Savitri Era of those who adore, Om Sri Aurobindo and The Mother.

Tuesday, October 14, 2008

Geography of Difference vs. Geography in Development

I am most fond of Krugman's pieces on economic geography, in particular on cities and the economic rationales for clustering. He almost single-handedly resurrected the importance of "location theory," an all-important but previously neglected branch of economics. Here is the best summary piece of Krugman's work in this area. I believe this work will continue to rise in influence.
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The Role of Geography in Development
Paul Krugman
The New Economic Geography: Theoretical Principles ......... 2
Geographical Theories of the World Economy ......... 12
Regional Inequality within Developing Countries ........ 17
Policy and Primacy ........ 21
Chance and Necessity ....... 23
Geography and Policy......... 27
References..... 33
Abstract
The recent surge of interest in the role of economic geography in economic development has divided into two seemingly contradictory approaches. One approach emphasizes the role of inherent features of the landscape in shaping development patterns. This paper, however, mainly surveys the alternative approach, which stresses how the tension between "centripetal" forces, such as forward and backward linkages in production and increasing returns in transportation, and "centrifugal" forces, such as factor immobility and land rents, can produce a process of selforganization, in which more or less symmetric locations can end up playing very different economic roles.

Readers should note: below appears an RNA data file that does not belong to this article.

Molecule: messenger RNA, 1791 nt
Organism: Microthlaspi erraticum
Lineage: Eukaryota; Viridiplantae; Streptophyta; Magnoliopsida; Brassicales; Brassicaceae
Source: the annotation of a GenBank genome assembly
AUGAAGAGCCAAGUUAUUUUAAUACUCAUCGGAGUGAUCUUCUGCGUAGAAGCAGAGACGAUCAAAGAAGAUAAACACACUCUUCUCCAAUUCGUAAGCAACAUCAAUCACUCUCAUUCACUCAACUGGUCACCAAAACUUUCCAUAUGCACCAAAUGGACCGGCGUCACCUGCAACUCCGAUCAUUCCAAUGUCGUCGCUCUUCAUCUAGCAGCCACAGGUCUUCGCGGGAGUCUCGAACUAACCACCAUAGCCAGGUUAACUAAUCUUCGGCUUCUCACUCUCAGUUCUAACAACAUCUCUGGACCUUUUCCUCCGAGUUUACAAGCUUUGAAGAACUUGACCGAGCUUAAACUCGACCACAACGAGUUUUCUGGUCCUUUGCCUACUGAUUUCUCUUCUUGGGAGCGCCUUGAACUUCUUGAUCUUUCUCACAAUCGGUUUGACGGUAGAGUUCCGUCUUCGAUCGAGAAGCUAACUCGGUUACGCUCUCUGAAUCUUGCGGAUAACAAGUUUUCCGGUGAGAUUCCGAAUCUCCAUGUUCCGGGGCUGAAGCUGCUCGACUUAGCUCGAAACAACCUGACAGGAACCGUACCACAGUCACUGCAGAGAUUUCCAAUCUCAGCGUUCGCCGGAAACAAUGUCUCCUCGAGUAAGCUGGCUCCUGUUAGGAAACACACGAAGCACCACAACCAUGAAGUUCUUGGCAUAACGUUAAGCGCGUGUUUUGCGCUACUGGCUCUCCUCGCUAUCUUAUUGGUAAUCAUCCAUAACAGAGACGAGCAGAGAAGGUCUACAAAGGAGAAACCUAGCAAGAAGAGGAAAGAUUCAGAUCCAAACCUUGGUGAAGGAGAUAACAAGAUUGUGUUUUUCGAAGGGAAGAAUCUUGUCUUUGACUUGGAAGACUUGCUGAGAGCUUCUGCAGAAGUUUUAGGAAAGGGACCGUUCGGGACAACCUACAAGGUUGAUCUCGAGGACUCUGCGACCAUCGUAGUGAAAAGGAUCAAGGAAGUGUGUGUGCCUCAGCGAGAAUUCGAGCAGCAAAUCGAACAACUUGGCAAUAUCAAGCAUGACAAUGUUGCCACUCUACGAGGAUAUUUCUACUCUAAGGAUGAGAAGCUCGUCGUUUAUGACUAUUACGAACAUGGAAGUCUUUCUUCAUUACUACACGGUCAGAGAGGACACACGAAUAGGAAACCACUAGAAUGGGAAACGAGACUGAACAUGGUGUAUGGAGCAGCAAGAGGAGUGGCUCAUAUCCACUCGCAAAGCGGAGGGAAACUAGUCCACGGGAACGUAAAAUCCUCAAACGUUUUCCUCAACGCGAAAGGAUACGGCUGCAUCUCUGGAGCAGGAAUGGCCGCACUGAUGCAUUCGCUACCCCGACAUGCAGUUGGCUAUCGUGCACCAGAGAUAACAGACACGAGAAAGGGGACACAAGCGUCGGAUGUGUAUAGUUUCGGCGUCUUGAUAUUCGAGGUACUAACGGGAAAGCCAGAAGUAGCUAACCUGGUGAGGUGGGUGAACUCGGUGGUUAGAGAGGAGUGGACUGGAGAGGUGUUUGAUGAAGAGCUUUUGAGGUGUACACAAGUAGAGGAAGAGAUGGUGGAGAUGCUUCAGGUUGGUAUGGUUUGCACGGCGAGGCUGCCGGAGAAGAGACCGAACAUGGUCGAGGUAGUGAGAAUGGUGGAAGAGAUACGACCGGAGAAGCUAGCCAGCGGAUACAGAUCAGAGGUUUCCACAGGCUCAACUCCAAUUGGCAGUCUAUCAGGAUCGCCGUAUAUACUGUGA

Such processes can occur at several different levels. The paper discusses "geographical" models of the division of the world into industrial and nonindustrial countries, of the emergence of regional inequality within developing countries, and of the emergence of giant urban centers. The paper also argues that the conflict between "self-organizing" and "predestination" approaches to economic geography may be more apparent than real: natural features matter so much largely because they act as seeds around which cumulative processes crystallize, so that while geography may have been destiny in the past, it need not be in the future.
Finally, the paper discusses policy briefly, mainly in terms of why it is so hard to draw policy conclusions from these models.
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